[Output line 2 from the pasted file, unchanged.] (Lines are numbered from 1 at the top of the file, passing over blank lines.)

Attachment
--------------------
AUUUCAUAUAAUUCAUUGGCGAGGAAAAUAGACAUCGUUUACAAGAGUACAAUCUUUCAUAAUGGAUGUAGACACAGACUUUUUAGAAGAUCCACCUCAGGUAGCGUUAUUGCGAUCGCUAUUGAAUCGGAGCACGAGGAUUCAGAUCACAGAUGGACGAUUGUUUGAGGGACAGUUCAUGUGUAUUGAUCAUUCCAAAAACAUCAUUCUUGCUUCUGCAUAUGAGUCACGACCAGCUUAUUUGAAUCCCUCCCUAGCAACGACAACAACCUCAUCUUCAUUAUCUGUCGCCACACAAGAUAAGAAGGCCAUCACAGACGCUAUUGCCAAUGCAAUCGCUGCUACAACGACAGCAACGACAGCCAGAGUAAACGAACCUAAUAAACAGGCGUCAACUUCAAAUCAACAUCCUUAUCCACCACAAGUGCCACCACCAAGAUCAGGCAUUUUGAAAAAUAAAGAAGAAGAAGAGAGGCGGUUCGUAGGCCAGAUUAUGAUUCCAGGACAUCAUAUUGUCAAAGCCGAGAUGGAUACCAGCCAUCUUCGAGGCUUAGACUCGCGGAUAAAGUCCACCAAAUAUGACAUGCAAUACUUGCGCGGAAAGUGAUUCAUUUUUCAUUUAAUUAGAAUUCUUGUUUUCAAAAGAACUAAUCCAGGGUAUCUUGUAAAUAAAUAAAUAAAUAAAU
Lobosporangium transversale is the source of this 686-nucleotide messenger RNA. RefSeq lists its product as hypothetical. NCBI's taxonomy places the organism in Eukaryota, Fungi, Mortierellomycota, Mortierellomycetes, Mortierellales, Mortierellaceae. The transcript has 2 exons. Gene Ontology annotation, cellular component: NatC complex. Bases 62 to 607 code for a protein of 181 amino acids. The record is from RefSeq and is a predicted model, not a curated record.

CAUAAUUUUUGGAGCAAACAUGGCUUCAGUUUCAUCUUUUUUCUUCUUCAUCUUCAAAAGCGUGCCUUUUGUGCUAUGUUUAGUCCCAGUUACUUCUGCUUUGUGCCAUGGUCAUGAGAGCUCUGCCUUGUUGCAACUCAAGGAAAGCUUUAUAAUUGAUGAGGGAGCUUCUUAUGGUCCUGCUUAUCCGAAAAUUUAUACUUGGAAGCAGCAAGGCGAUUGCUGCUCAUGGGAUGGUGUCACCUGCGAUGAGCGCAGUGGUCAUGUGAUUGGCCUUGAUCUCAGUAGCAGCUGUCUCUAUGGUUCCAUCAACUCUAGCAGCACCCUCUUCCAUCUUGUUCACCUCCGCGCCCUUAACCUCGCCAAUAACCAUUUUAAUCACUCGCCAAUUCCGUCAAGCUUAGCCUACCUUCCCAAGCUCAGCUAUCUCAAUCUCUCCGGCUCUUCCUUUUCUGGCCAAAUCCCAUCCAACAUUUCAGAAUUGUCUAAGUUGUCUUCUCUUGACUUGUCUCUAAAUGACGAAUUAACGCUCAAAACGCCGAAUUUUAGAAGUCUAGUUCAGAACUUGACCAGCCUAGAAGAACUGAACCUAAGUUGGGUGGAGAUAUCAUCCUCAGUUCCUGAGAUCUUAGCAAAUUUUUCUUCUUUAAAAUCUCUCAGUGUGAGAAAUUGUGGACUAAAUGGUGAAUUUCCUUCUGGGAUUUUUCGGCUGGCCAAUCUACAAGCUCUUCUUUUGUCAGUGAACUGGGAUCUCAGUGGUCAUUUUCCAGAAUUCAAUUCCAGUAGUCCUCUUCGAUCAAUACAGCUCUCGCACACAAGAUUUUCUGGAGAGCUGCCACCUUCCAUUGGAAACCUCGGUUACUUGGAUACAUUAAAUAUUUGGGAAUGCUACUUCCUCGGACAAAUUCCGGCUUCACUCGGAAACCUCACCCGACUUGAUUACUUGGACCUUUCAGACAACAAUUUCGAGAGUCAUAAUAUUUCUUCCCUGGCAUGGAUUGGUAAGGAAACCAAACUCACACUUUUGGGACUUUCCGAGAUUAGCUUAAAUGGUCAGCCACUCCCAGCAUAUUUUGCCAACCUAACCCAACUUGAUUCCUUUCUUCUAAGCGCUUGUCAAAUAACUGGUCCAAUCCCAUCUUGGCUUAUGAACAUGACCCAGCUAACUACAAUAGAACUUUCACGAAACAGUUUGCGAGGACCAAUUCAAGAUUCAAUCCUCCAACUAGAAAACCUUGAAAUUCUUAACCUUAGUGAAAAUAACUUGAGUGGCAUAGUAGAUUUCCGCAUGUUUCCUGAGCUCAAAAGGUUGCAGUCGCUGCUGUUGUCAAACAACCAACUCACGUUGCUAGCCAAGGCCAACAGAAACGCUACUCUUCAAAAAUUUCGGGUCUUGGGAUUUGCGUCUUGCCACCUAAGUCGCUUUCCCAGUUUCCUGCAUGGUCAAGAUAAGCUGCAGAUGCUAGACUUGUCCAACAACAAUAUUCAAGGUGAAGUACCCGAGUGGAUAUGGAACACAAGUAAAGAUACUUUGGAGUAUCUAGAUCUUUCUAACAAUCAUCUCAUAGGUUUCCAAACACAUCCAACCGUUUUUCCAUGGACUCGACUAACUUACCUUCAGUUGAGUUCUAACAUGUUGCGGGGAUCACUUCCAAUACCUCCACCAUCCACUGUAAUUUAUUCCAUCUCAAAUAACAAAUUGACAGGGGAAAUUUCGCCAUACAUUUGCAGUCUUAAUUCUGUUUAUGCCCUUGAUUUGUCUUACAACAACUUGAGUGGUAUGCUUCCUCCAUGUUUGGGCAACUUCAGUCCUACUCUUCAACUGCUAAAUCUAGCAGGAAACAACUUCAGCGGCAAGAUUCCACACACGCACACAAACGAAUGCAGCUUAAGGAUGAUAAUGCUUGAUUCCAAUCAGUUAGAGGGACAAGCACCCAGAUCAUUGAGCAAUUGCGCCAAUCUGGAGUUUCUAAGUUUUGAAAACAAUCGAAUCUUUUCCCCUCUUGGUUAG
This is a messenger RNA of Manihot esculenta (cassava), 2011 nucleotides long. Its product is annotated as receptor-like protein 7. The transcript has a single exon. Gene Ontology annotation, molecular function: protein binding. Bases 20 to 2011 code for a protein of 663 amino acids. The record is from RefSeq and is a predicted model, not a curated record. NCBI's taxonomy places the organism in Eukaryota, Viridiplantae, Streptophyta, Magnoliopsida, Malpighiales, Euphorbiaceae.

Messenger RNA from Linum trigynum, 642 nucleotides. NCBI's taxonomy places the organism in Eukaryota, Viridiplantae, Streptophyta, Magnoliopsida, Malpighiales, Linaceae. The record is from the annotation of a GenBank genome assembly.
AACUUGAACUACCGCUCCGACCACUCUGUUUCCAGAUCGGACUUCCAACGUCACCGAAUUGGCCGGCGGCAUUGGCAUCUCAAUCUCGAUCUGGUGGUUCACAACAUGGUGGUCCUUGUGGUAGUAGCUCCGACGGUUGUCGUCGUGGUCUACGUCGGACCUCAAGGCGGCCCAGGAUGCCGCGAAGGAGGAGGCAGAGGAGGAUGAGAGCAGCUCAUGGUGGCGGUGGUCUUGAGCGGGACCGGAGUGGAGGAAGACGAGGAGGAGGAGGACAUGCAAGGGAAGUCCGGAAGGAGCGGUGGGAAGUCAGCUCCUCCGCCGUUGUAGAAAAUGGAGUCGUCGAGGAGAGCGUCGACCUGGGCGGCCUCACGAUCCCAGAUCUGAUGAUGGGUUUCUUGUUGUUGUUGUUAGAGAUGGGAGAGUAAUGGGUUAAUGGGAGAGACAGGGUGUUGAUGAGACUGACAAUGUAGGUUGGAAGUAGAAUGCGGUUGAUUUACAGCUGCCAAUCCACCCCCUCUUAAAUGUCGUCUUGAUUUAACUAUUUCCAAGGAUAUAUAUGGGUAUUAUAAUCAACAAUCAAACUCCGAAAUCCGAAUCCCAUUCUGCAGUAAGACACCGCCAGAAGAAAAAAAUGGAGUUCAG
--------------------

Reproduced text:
Lobosporangium transversale is the source of this 686-nucleotide messenger RNA. RefSeq lists its product as hypothetical. NCBI's taxonomy places the organism in Eukaryota, Fungi, Mortierellomycota, Mortierellomycetes, Mortierellales, Mortierellaceae. The transcript has 2 exons. Gene Ontology annotation, cellular component: NatC complex. Bases 62 to 607 code for a protein of 181 amino acids. The record is from RefSeq and is a predicted model, not a curated record.